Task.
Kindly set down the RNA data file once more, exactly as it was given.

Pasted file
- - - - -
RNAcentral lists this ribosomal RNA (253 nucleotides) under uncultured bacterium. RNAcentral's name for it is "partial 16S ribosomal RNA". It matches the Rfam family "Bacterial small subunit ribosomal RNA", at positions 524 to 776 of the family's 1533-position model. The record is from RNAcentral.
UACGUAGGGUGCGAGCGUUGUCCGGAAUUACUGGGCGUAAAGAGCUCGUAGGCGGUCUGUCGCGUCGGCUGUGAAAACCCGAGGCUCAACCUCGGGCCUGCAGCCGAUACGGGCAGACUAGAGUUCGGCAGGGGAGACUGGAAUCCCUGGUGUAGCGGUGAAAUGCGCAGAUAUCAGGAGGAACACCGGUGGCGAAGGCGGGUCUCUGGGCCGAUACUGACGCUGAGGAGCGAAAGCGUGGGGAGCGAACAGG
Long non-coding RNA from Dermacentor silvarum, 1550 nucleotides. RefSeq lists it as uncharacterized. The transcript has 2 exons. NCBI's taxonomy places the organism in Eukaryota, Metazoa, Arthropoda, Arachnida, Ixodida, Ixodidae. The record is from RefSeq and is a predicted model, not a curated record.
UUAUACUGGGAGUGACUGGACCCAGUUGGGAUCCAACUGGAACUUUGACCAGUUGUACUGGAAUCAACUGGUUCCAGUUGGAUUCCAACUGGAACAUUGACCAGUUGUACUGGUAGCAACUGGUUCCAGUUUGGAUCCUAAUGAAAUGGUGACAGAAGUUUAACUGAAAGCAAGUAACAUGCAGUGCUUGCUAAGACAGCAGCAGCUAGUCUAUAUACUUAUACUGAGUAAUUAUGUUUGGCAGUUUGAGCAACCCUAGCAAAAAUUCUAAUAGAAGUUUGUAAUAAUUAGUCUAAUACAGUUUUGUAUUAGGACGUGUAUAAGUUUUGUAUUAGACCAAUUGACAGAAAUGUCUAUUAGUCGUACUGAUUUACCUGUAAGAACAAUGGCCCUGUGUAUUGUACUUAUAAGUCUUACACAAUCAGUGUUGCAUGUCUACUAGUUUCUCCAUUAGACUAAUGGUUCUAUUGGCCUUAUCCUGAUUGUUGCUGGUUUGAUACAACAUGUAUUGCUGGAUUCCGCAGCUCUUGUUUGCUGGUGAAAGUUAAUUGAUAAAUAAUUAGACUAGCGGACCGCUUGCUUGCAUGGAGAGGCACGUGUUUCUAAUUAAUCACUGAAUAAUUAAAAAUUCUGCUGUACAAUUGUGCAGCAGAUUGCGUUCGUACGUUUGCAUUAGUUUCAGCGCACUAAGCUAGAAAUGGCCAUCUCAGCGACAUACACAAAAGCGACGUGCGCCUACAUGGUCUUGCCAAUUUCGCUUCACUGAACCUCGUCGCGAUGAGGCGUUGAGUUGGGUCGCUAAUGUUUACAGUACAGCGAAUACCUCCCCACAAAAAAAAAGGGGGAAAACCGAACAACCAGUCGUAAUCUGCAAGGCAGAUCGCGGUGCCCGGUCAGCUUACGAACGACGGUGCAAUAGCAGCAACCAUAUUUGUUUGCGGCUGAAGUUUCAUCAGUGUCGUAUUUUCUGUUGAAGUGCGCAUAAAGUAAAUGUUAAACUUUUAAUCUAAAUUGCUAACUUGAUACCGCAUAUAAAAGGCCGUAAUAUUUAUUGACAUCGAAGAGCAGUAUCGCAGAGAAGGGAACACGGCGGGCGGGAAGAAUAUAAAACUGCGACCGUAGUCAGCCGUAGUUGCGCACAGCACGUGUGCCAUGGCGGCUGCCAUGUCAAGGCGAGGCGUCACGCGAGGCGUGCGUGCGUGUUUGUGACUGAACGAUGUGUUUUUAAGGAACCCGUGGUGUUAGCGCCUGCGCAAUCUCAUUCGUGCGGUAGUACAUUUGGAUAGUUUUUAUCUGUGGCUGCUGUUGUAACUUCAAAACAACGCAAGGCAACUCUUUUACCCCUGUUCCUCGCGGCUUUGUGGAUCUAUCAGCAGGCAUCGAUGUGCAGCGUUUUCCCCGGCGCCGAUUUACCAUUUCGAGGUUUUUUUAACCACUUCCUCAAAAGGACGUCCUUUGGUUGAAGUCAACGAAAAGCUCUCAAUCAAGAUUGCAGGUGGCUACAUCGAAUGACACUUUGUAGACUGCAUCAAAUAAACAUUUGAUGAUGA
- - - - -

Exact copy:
RNAcentral lists this ribosomal RNA (253 nucleotides) under uncultured bacterium. RNAcentral's name for it is "partial 16S ribosomal RNA". It matches the Rfam family "Bacterial small subunit ribosomal RNA", at positions 524 to 776 of the family's 1533-position model. The record is from RNAcentral.
UACGUAGGGUGCGAGCGUUGUCCGGAAUUACUGGGCGUAAAGAGCUCGUAGGCGGUCUGUCGCGUCGGCUGUGAAAACCCGAGGCUCAACCUCGGGCCUGCAGCCGAUACGGGCAGACUAGAGUUCGGCAGGGGAGACUGGAAUCCCUGGUGUAGCGGUGAAAUGCGCAGAUAUCAGGAGGAACACCGGUGGCGAAGGCGGGUCUCUGGGCCGAUACUGACGCUGAGGAGCGAAAGCGUGGGGAGCGAACAGG
Long non-coding RNA from Dermacentor silvarum, 1550 nucleotides. RefSeq lists it as uncharacterized. The transcript has 2 exons. NCBI's taxonomy places the organism in Eukaryota, Metazoa, Arthropoda, Arachnida, Ixodida, Ixodidae. The record is from RefSeq and is a predicted model, not a curated record.
UUAUACUGGGAGUGACUGGACCCAGUUGGGAUCCAACUGGAACUUUGACCAGUUGUACUGGAAUCAACUGGUUCCAGUUGGAUUCCAACUGGAACAUUGACCAGUUGUACUGGUAGCAACUGGUUCCAGUUUGGAUCCUAAUGAAAUGGUGACAGAAGUUUAACUGAAAGCAAGUAACAUGCAGUGCUUGCUAAGACAGCAGCAGCUAGUCUAUAUACUUAUACUGAGUAAUUAUGUUUGGCAGUUUGAGCAACCCUAGCAAAAAUUCUAAUAGAAGUUUGUAAUAAUUAGUCUAAUACAGUUUUGUAUUAGGACGUGUAUAAGUUUUGUAUUAGACCAAUUGACAGAAAUGUCUAUUAGUCGUACUGAUUUACCUGUAAGAACAAUGGCCCUGUGUAUUGUACUUAUAAGUCUUACACAAUCAGUGUUGCAUGUCUACUAGUUUCUCCAUUAGACUAAUGGUUCUAUUGGCCUUAUCCUGAUUGUUGCUGGUUUGAUACAACAUGUAUUGCUGGAUUCCGCAGCUCUUGUUUGCUGGUGAAAGUUAAUUGAUAAAUAAUUAGACUAGCGGACCGCUUGCUUGCAUGGAGAGGCACGUGUUUCUAAUUAAUCACUGAAUAAUUAAAAAUUCUGCUGUACAAUUGUGCAGCAGAUUGCGUUCGUACGUUUGCAUUAGUUUCAGCGCACUAAGCUAGAAAUGGCCAUCUCAGCGACAUACACAAAAGCGACGUGCGCCUACAUGGUCUUGCCAAUUUCGCUUCACUGAACCUCGUCGCGAUGAGGCGUUGAGUUGGGUCGCUAAUGUUUACAGUACAGCGAAUACCUCCCCACAAAAAAAAAGGGGGAAAACCGAACAACCAGUCGUAAUCUGCAAGGCAGAUCGCGGUGCCCGGUCAGCUUACGAACGACGGUGCAAUAGCAGCAACCAUAUUUGUUUGCGGCUGAAGUUUCAUCAGUGUCGUAUUUUCUGUUGAAGUGCGCAUAAAGUAAAUGUUAAACUUUUAAUCUAAAUUGCUAACUUGAUACCGCAUAUAAAAGGCCGUAAUAUUUAUUGACAUCGAAGAGCAGUAUCGCAGAGAAGGGAACACGGCGGGCGGGAAGAAUAUAAAACUGCGACCGUAGUCAGCCGUAGUUGCGCACAGCACGUGUGCCAUGGCGGCUGCCAUGUCAAGGCGAGGCGUCACGCGAGGCGUGCGUGCGUGUUUGUGACUGAACGAUGUGUUUUUAAGGAACCCGUGGUGUUAGCGCCUGCGCAAUCUCAUUCGUGCGGUAGUACAUUUGGAUAGUUUUUAUCUGUGGCUGCUGUUGUAACUUCAAAACAACGCAAGGCAACUCUUUUACCCCUGUUCCUCGCGGCUUUGUGGAUCUAUCAGCAGGCAUCGAUGUGCAGCGUUUUCCCCGGCGCCGAUUUACCAUUUCGAGGUUUUUUUAACCACUUCCUCAAAAGGACGUCCUUUGGUUGAAGUCAACGAAAAGCUCUCAAUCAAGAUUGCAGGUGGCUACAUCGAAUGACACUUUGUAGACUGCAUCAAAUAAACAUUUGAUGAUGA